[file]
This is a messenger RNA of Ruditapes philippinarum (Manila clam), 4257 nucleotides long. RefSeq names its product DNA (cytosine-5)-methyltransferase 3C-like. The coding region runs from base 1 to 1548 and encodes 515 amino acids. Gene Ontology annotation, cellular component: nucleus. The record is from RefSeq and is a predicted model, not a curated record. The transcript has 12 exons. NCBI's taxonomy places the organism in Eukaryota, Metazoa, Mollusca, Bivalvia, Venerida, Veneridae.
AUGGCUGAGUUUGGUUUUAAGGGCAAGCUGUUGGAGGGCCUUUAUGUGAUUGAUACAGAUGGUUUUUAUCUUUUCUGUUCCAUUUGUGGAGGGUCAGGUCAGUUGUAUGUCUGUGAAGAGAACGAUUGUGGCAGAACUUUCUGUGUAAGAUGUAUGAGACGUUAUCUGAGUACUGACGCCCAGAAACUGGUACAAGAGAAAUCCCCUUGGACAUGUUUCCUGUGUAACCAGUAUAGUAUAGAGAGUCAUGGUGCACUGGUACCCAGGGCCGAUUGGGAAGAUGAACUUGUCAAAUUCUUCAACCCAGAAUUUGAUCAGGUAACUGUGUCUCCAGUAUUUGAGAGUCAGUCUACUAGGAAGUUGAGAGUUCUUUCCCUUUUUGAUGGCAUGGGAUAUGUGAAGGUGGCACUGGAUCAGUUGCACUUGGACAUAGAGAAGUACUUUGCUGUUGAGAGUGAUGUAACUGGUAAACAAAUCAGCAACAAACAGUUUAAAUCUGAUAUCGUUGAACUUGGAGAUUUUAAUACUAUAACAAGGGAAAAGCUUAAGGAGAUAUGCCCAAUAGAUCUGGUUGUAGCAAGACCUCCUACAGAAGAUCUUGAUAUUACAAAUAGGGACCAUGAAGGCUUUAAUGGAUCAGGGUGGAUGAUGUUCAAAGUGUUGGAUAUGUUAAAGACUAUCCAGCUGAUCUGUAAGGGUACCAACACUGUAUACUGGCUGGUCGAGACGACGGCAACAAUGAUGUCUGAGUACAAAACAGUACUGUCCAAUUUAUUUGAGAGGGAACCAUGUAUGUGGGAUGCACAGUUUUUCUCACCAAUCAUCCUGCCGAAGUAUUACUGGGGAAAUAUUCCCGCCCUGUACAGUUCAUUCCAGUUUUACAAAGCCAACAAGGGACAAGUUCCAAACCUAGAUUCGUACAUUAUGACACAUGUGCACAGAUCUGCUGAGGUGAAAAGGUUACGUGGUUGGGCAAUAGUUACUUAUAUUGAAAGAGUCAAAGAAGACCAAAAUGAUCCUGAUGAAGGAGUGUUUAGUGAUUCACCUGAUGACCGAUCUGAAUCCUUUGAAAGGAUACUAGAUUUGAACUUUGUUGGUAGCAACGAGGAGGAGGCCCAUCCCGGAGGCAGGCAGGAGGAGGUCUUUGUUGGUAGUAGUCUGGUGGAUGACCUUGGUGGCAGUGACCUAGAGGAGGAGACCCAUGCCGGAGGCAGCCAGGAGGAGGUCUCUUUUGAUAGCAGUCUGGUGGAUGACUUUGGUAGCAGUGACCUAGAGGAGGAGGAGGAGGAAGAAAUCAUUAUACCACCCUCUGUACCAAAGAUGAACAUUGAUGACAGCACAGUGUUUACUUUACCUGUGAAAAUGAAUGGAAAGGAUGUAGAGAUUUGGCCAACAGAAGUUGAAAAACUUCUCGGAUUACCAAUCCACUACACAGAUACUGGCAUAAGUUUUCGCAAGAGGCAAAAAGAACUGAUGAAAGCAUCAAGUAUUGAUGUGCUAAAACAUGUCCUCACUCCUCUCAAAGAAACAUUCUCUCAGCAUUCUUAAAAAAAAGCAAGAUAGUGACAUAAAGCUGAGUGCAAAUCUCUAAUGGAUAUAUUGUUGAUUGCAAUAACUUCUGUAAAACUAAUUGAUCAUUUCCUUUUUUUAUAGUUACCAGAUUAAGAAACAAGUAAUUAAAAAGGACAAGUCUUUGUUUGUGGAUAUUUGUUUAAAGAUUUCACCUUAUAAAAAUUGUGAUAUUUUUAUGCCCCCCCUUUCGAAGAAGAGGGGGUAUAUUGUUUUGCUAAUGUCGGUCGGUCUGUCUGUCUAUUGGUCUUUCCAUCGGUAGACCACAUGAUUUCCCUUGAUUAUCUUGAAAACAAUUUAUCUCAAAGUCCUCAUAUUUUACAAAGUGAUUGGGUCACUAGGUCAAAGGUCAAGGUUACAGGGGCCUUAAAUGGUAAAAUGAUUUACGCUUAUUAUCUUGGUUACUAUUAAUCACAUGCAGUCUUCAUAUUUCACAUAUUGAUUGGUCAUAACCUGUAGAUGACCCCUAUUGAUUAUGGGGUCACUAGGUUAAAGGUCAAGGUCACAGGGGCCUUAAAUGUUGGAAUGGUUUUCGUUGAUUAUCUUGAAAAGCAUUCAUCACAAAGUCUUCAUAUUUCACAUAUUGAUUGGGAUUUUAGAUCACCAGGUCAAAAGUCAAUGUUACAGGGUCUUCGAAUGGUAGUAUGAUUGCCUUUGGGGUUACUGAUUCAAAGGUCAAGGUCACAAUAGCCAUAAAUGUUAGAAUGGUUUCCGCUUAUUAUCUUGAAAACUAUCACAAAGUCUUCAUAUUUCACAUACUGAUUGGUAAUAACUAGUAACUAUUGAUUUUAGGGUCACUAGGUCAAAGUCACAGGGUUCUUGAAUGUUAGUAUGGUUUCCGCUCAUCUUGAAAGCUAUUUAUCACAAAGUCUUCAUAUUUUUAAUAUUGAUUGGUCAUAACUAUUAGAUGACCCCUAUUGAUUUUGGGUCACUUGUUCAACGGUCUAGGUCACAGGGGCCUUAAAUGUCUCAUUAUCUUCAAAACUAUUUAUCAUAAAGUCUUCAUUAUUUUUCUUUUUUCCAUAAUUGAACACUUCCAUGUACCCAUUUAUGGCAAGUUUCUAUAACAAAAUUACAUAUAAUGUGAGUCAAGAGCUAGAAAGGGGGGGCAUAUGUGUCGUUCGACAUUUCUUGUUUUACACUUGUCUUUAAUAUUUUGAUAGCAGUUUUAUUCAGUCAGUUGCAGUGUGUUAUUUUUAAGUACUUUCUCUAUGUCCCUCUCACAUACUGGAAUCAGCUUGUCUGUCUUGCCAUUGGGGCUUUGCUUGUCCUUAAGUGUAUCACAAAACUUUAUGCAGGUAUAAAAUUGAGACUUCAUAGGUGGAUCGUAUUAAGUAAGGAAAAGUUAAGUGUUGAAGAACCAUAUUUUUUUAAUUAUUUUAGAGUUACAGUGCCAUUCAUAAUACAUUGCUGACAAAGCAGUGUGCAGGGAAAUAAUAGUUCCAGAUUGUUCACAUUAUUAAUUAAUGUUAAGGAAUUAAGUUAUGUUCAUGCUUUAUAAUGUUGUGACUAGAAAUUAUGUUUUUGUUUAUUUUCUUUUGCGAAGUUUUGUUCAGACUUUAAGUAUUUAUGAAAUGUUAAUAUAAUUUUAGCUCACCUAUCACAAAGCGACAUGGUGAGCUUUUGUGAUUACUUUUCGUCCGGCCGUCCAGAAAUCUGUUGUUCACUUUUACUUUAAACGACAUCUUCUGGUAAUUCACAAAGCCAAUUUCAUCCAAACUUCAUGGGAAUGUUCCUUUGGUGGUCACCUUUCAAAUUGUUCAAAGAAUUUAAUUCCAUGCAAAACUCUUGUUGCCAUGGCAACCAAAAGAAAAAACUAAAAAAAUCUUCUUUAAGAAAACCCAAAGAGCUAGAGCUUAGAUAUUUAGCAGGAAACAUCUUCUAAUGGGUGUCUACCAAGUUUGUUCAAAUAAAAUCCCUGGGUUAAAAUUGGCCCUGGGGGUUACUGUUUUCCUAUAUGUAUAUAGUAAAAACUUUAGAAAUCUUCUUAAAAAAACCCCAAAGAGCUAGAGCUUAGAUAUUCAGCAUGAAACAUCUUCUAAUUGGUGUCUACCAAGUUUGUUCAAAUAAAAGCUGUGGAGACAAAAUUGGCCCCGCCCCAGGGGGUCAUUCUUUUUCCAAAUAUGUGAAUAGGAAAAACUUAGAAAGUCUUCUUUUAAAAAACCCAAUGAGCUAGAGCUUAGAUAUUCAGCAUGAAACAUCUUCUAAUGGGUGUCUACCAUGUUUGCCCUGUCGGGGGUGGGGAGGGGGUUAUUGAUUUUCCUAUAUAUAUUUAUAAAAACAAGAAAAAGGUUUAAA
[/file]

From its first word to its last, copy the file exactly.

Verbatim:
This is a messenger RNA of Ruditapes philippinarum (Manila clam), 4257 nucleotides long. RefSeq names its product DNA (cytosine-5)-methyltransferase 3C-like. The coding region runs from base 1 to 1548 and encodes 515 amino acids. Gene Ontology annotation, cellular component: nucleus. The record is from RefSeq and is a predicted model, not a curated record. The transcript has 12 exons. NCBI's taxonomy places the organism in Eukaryota, Metazoa, Mollusca, Bivalvia, Venerida, Veneridae.
AUGGCUGAGUUUGGUUUUAAGGGCAAGCUGUUGGAGGGCCUUUAUGUGAUUGAUACAGAUGGUUUUUAUCUUUUCUGUUCCAUUUGUGGAGGGUCAGGUCAGUUGUAUGUCUGUGAAGAGAACGAUUGUGGCAGAACUUUCUGUGUAAGAUGUAUGAGACGUUAUCUGAGUACUGACGCCCAGAAACUGGUACAAGAGAAAUCCCCUUGGACAUGUUUCCUGUGUAACCAGUAUAGUAUAGAGAGUCAUGGUGCACUGGUACCCAGGGCCGAUUGGGAAGAUGAACUUGUCAAAUUCUUCAACCCAGAAUUUGAUCAGGUAACUGUGUCUCCAGUAUUUGAGAGUCAGUCUACUAGGAAGUUGAGAGUUCUUUCCCUUUUUGAUGGCAUGGGAUAUGUGAAGGUGGCACUGGAUCAGUUGCACUUGGACAUAGAGAAGUACUUUGCUGUUGAGAGUGAUGUAACUGGUAAACAAAUCAGCAACAAACAGUUUAAAUCUGAUAUCGUUGAACUUGGAGAUUUUAAUACUAUAACAAGGGAAAAGCUUAAGGAGAUAUGCCCAAUAGAUCUGGUUGUAGCAAGACCUCCUACAGAAGAUCUUGAUAUUACAAAUAGGGACCAUGAAGGCUUUAAUGGAUCAGGGUGGAUGAUGUUCAAAGUGUUGGAUAUGUUAAAGACUAUCCAGCUGAUCUGUAAGGGUACCAACACUGUAUACUGGCUGGUCGAGACGACGGCAACAAUGAUGUCUGAGUACAAAACAGUACUGUCCAAUUUAUUUGAGAGGGAACCAUGUAUGUGGGAUGCACAGUUUUUCUCACCAAUCAUCCUGCCGAAGUAUUACUGGGGAAAUAUUCCCGCCCUGUACAGUUCAUUCCAGUUUUACAAAGCCAACAAGGGACAAGUUCCAAACCUAGAUUCGUACAUUAUGACACAUGUGCACAGAUCUGCUGAGGUGAAAAGGUUACGUGGUUGGGCAAUAGUUACUUAUAUUGAAAGAGUCAAAGAAGACCAAAAUGAUCCUGAUGAAGGAGUGUUUAGUGAUUCACCUGAUGACCGAUCUGAAUCCUUUGAAAGGAUACUAGAUUUGAACUUUGUUGGUAGCAACGAGGAGGAGGCCCAUCCCGGAGGCAGGCAGGAGGAGGUCUUUGUUGGUAGUAGUCUGGUGGAUGACCUUGGUGGCAGUGACCUAGAGGAGGAGACCCAUGCCGGAGGCAGCCAGGAGGAGGUCUCUUUUGAUAGCAGUCUGGUGGAUGACUUUGGUAGCAGUGACCUAGAGGAGGAGGAGGAGGAAGAAAUCAUUAUACCACCCUCUGUACCAAAGAUGAACAUUGAUGACAGCACAGUGUUUACUUUACCUGUGAAAAUGAAUGGAAAGGAUGUAGAGAUUUGGCCAACAGAAGUUGAAAAACUUCUCGGAUUACCAAUCCACUACACAGAUACUGGCAUAAGUUUUCGCAAGAGGCAAAAAGAACUGAUGAAAGCAUCAAGUAUUGAUGUGCUAAAACAUGUCCUCACUCCUCUCAAAGAAACAUUCUCUCAGCAUUCUUAAAAAAAAGCAAGAUAGUGACAUAAAGCUGAGUGCAAAUCUCUAAUGGAUAUAUUGUUGAUUGCAAUAACUUCUGUAAAACUAAUUGAUCAUUUCCUUUUUUUAUAGUUACCAGAUUAAGAAACAAGUAAUUAAAAAGGACAAGUCUUUGUUUGUGGAUAUUUGUUUAAAGAUUUCACCUUAUAAAAAUUGUGAUAUUUUUAUGCCCCCCCUUUCGAAGAAGAGGGGGUAUAUUGUUUUGCUAAUGUCGGUCGGUCUGUCUGUCUAUUGGUCUUUCCAUCGGUAGACCACAUGAUUUCCCUUGAUUAUCUUGAAAACAAUUUAUCUCAAAGUCCUCAUAUUUUACAAAGUGAUUGGGUCACUAGGUCAAAGGUCAAGGUUACAGGGGCCUUAAAUGGUAAAAUGAUUUACGCUUAUUAUCUUGGUUACUAUUAAUCACAUGCAGUCUUCAUAUUUCACAUAUUGAUUGGUCAUAACCUGUAGAUGACCCCUAUUGAUUAUGGGGUCACUAGGUUAAAGGUCAAGGUCACAGGGGCCUUAAAUGUUGGAAUGGUUUUCGUUGAUUAUCUUGAAAAGCAUUCAUCACAAAGUCUUCAUAUUUCACAUAUUGAUUGGGAUUUUAGAUCACCAGGUCAAAAGUCAAUGUUACAGGGUCUUCGAAUGGUAGUAUGAUUGCCUUUGGGGUUACUGAUUCAAAGGUCAAGGUCACAAUAGCCAUAAAUGUUAGAAUGGUUUCCGCUUAUUAUCUUGAAAACUAUCACAAAGUCUUCAUAUUUCACAUACUGAUUGGUAAUAACUAGUAACUAUUGAUUUUAGGGUCACUAGGUCAAAGUCACAGGGUUCUUGAAUGUUAGUAUGGUUUCCGCUCAUCUUGAAAGCUAUUUAUCACAAAGUCUUCAUAUUUUUAAUAUUGAUUGGUCAUAACUAUUAGAUGACCCCUAUUGAUUUUGGGUCACUUGUUCAACGGUCUAGGUCACAGGGGCCUUAAAUGUCUCAUUAUCUUCAAAACUAUUUAUCAUAAAGUCUUCAUUAUUUUUCUUUUUUCCAUAAUUGAACACUUCCAUGUACCCAUUUAUGGCAAGUUUCUAUAACAAAAUUACAUAUAAUGUGAGUCAAGAGCUAGAAAGGGGGGGCAUAUGUGUCGUUCGACAUUUCUUGUUUUACACUUGUCUUUAAUAUUUUGAUAGCAGUUUUAUUCAGUCAGUUGCAGUGUGUUAUUUUUAAGUACUUUCUCUAUGUCCCUCUCACAUACUGGAAUCAGCUUGUCUGUCUUGCCAUUGGGGCUUUGCUUGUCCUUAAGUGUAUCACAAAACUUUAUGCAGGUAUAAAAUUGAGACUUCAUAGGUGGAUCGUAUUAAGUAAGGAAAAGUUAAGUGUUGAAGAACCAUAUUUUUUUAAUUAUUUUAGAGUUACAGUGCCAUUCAUAAUACAUUGCUGACAAAGCAGUGUGCAGGGAAAUAAUAGUUCCAGAUUGUUCACAUUAUUAAUUAAUGUUAAGGAAUUAAGUUAUGUUCAUGCUUUAUAAUGUUGUGACUAGAAAUUAUGUUUUUGUUUAUUUUCUUUUGCGAAGUUUUGUUCAGACUUUAAGUAUUUAUGAAAUGUUAAUAUAAUUUUAGCUCACCUAUCACAAAGCGACAUGGUGAGCUUUUGUGAUUACUUUUCGUCCGGCCGUCCAGAAAUCUGUUGUUCACUUUUACUUUAAACGACAUCUUCUGGUAAUUCACAAAGCCAAUUUCAUCCAAACUUCAUGGGAAUGUUCCUUUGGUGGUCACCUUUCAAAUUGUUCAAAGAAUUUAAUUCCAUGCAAAACUCUUGUUGCCAUGGCAACCAAAAGAAAAAACUAAAAAAAUCUUCUUUAAGAAAACCCAAAGAGCUAGAGCUUAGAUAUUUAGCAGGAAACAUCUUCUAAUGGGUGUCUACCAAGUUUGUUCAAAUAAAAUCCCUGGGUUAAAAUUGGCCCUGGGGGUUACUGUUUUCCUAUAUGUAUAUAGUAAAAACUUUAGAAAUCUUCUUAAAAAAACCCCAAAGAGCUAGAGCUUAGAUAUUCAGCAUGAAACAUCUUCUAAUUGGUGUCUACCAAGUUUGUUCAAAUAAAAGCUGUGGAGACAAAAUUGGCCCCGCCCCAGGGGGUCAUUCUUUUUCCAAAUAUGUGAAUAGGAAAAACUUAGAAAGUCUUCUUUUAAAAAACCCAAUGAGCUAGAGCUUAGAUAUUCAGCAUGAAACAUCUUCUAAUGGGUGUCUACCAUGUUUGCCCUGUCGGGGGUGGGGAGGGGGUUAUUGAUUUUCCUAUAUAUAUUUAUAAAAACAAGAAAAAGGUUUAAA